Popular Off Term Destinations
Unlike most colleges that operate on a traditional calendar system, Dartmouth offers the D-Plan, or “Dartmouth Plan” which allows students to travel, find a job, get an internship or do research during their off-terms. If students have this opportunity to customize their academic calendar, where do most students spend their off-terms? According to students interviewed for this article, the most popular hubs for students to spend their off-terms are New York, San Francisco and Boston.
New York City, the largest and one of the most vibrant cities in the United States, is home to several major industries including Wall Street, real estate, retail, media and the arts. Since finance and consulting are common career sectors for Dartmouth graduates, New York is a common destination for many students to spend their off-terms. According to the Center of Professional Development’s 2017 Cap and Gown Survey, approximately 47 percent of Dartmouth graduates enter the finance or consulting industries, which are both industries with many firms based in New York.
Michelle Yao ’20, who interned at Morgan Stanley this past summer, shared that there was a “work hard, play hard” culture in New York.
“Even after 9 or 10 p.m., you still see a lot of people getting off work and heading straight to whatever their plans may be for that night,” Yao said.
According to Yao, the biggest difference between her experience at Dartmouth and during her off-term is that in New York, she did not feel pressure to be facetimey.
“Because our campus is so small both physically and enrollment-wise, there’s both stigma with wanting alone time and pressure to be ‘facetimey,’” Yao said. “But in New York, because there are just so many people going in different directions all the time, there’s so much more independence, and I personally felt a lot more freedom in what I was able to do in my free time.”
At the same time, this can be a double-edged sword, as the fast-paced and independent culture of the city might make it difficult to form friendships. One can no longer rely on “Let’s grab a meal sometime!” or “See ya tomorrow in Blobby!” during one’s off-term in a large city like New York.
When asked about her favorite things about spending her off-term in New York, Yao cited visiting museums and sightseeing as her top choices.
With the third-highest proportion of young adults out of major cities, San Francisco and the greater Bay Area is the home of the tech industry and one of the most culturally diverse areas in the United States.
Sixteen percent of the Class of 2017 entered the technology sector after graduation: thus, San Francisco remains a popular destination for students to spend their off terms. From the refined restaurants along the Embarcadero to the hipster-vibe of the Mission District, every neighborhood has its own scene, so there is something to do for everyone.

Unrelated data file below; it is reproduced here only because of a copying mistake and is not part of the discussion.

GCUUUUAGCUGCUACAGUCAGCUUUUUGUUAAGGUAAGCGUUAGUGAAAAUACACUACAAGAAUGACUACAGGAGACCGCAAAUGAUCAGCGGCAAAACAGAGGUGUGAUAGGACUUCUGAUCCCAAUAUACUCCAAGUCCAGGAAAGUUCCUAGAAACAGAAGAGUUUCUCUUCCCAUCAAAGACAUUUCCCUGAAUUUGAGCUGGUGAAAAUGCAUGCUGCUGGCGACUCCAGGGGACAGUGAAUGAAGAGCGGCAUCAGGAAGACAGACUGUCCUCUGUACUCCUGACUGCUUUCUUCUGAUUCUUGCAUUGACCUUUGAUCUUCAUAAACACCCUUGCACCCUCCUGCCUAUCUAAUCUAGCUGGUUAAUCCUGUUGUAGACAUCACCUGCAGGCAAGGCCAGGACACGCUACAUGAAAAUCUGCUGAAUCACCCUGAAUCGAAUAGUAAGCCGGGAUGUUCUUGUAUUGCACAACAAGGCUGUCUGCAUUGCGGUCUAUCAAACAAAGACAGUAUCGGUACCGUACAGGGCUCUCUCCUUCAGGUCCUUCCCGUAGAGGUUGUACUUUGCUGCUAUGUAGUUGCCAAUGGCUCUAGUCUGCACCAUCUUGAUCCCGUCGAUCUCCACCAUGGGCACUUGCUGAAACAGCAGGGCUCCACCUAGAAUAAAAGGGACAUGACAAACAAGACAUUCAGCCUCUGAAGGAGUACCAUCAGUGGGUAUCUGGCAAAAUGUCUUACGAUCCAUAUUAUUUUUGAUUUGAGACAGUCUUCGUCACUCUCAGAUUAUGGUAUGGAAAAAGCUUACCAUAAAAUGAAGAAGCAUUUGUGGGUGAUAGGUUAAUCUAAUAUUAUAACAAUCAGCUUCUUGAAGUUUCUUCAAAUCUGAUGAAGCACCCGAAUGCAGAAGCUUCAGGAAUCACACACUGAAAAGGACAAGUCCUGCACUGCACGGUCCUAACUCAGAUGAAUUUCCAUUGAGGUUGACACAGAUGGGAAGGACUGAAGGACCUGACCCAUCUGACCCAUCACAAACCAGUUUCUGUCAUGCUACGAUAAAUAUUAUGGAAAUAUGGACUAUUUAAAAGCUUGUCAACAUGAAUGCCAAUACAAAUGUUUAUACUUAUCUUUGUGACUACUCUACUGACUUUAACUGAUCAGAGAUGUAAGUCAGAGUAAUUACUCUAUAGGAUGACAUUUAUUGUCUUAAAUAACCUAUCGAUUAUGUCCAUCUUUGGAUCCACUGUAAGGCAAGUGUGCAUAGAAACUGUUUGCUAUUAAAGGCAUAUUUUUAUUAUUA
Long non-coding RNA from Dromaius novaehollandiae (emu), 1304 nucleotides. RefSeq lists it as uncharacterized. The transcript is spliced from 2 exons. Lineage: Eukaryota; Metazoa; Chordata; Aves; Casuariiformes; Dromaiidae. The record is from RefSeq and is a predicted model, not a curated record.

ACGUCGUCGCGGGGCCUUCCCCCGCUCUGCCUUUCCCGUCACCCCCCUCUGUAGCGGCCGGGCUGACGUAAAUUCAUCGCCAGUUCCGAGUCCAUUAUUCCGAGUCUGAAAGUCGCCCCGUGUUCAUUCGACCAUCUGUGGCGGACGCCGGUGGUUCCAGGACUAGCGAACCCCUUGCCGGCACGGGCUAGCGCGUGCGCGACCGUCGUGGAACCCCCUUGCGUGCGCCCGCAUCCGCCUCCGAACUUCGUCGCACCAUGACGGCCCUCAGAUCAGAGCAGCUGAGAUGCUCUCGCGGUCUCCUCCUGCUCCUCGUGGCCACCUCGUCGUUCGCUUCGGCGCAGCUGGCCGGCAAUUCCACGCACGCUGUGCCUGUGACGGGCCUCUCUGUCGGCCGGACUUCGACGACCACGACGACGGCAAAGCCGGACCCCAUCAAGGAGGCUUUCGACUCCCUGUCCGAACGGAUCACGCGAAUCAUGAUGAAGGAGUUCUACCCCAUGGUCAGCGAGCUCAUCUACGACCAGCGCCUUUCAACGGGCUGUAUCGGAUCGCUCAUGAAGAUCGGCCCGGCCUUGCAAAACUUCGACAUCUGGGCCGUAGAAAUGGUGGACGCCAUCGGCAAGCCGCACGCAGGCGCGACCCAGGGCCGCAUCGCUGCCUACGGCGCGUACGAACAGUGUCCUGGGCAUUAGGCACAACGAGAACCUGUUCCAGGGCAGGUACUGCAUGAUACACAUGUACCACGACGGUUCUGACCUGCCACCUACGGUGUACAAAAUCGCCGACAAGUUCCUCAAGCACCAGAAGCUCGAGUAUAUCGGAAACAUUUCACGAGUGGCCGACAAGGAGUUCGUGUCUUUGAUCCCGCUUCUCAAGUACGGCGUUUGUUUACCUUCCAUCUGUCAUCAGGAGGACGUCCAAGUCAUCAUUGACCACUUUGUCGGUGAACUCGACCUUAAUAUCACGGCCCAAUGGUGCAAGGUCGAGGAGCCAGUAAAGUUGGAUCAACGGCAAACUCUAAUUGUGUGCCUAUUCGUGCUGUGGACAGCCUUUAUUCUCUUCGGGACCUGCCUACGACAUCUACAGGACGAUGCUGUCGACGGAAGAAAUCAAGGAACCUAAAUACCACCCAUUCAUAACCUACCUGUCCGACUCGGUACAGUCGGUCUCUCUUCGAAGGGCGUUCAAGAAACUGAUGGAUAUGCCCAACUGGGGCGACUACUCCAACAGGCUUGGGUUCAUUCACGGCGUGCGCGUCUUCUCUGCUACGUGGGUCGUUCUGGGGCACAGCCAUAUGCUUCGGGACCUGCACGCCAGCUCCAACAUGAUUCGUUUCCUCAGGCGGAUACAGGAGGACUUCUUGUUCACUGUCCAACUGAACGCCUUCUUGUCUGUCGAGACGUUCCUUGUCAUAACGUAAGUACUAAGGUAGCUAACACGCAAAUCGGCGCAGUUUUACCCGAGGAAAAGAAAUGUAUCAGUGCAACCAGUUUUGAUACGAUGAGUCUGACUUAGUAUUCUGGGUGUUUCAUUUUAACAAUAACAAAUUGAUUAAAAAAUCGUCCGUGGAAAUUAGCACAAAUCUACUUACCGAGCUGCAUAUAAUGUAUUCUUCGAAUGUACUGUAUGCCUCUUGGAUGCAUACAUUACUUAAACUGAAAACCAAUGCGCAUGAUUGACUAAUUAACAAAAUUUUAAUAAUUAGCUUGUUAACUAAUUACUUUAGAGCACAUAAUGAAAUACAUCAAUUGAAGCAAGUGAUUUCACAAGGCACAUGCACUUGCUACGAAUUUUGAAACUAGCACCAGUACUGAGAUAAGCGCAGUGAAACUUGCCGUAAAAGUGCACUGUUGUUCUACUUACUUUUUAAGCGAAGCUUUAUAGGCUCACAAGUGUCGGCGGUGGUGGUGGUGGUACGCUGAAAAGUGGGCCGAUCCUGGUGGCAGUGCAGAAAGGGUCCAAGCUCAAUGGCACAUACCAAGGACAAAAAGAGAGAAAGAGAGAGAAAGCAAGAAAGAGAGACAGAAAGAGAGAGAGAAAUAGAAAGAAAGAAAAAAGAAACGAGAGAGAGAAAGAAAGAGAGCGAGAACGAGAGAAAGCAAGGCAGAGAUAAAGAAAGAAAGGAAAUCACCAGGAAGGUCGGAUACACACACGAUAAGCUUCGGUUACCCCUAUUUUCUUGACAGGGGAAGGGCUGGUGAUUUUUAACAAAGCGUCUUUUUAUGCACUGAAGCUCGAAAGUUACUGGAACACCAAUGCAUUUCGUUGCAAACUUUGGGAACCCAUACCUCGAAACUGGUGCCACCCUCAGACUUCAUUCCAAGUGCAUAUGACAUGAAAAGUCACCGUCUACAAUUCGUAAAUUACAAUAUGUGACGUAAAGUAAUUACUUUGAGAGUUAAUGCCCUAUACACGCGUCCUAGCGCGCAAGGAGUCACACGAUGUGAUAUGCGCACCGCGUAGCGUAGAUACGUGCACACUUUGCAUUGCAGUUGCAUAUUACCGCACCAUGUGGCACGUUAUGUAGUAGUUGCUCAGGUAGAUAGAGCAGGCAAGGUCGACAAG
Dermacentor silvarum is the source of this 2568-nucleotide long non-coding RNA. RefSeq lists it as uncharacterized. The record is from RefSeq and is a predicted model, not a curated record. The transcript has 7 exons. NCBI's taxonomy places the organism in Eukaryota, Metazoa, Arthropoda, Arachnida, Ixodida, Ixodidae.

Paul Vickers ’19, who worked at a nonprofit organization that provides affordable housing and services for low-income people in the Tenderloin, one of the lowest-income neighborhoods in San Francisco, said that he enjoyed the city’s atmosphere. “There’s always stuff to do, but it’s not like New York or Boston with an aggressive pace,” Vickers said. “The city itself is absolutely stunning and gorgeous with its historical homes, parks and architecture.”
Lucía Caballero ’19, who also interned at a nonprofit in San Francisco, had a similarly positive experience.
“There was so much genuine diversity; for once I didn’t feel like an outsider,” Caballero said. “It is true that SF has many of the problems that exist all around the country, such as severe gentrification and homelessness, but the cultural divide was much smaller than in New Hampshire, in my opinion.”
When asked about their dislikes about the city, both Vickers and Caballero voiced their concerns over the high cost of living in the city. Indeed, the Department of Housing and Urban Development considers a family earning less than $117,000 in San Francisco “low income.” In addition, both used their off-terms as an opportunity to explore the city and meet new people as a way to escape the “Dartmouth bubble.”
Located approximately two hours from Dartmouth College and home to nearly 120 higher learning institutions within a 25-mile radius of the city, Boston is considered a hub for finance and high-technology research and development, attracting large numbers of Dartmouth students during their off-terms.
Regina Yan ’19 interned at a technology-driven startup accelerator in Cambridge, Massachusetts. She said her off-term “‘was a good time to be independent and seek out things that I wanted to do in my free time. I think with the Dartmouth bubble, social life gets repetitive, but being in the city, there are so many other opportunities.”
Like many other Dartmouth students who spent their off-terms in other cities, Yan continued to pursue her hobbies, particularly through a climbing gym in Boston where she was able to meet people from different parts of the world.
Off-terms can be a great way to connect with diverse groups of people, experience a different environment and culture, and simply use the time to take a break from the stressful life of a Dartmouth student. Although New York, San Francisco and Boston may be three of the top destinations for Dartmouth students to spend their off-terms, the students interviewed mentioned that plenty of their peers decided to stay in Hanover or go home for their off-terms.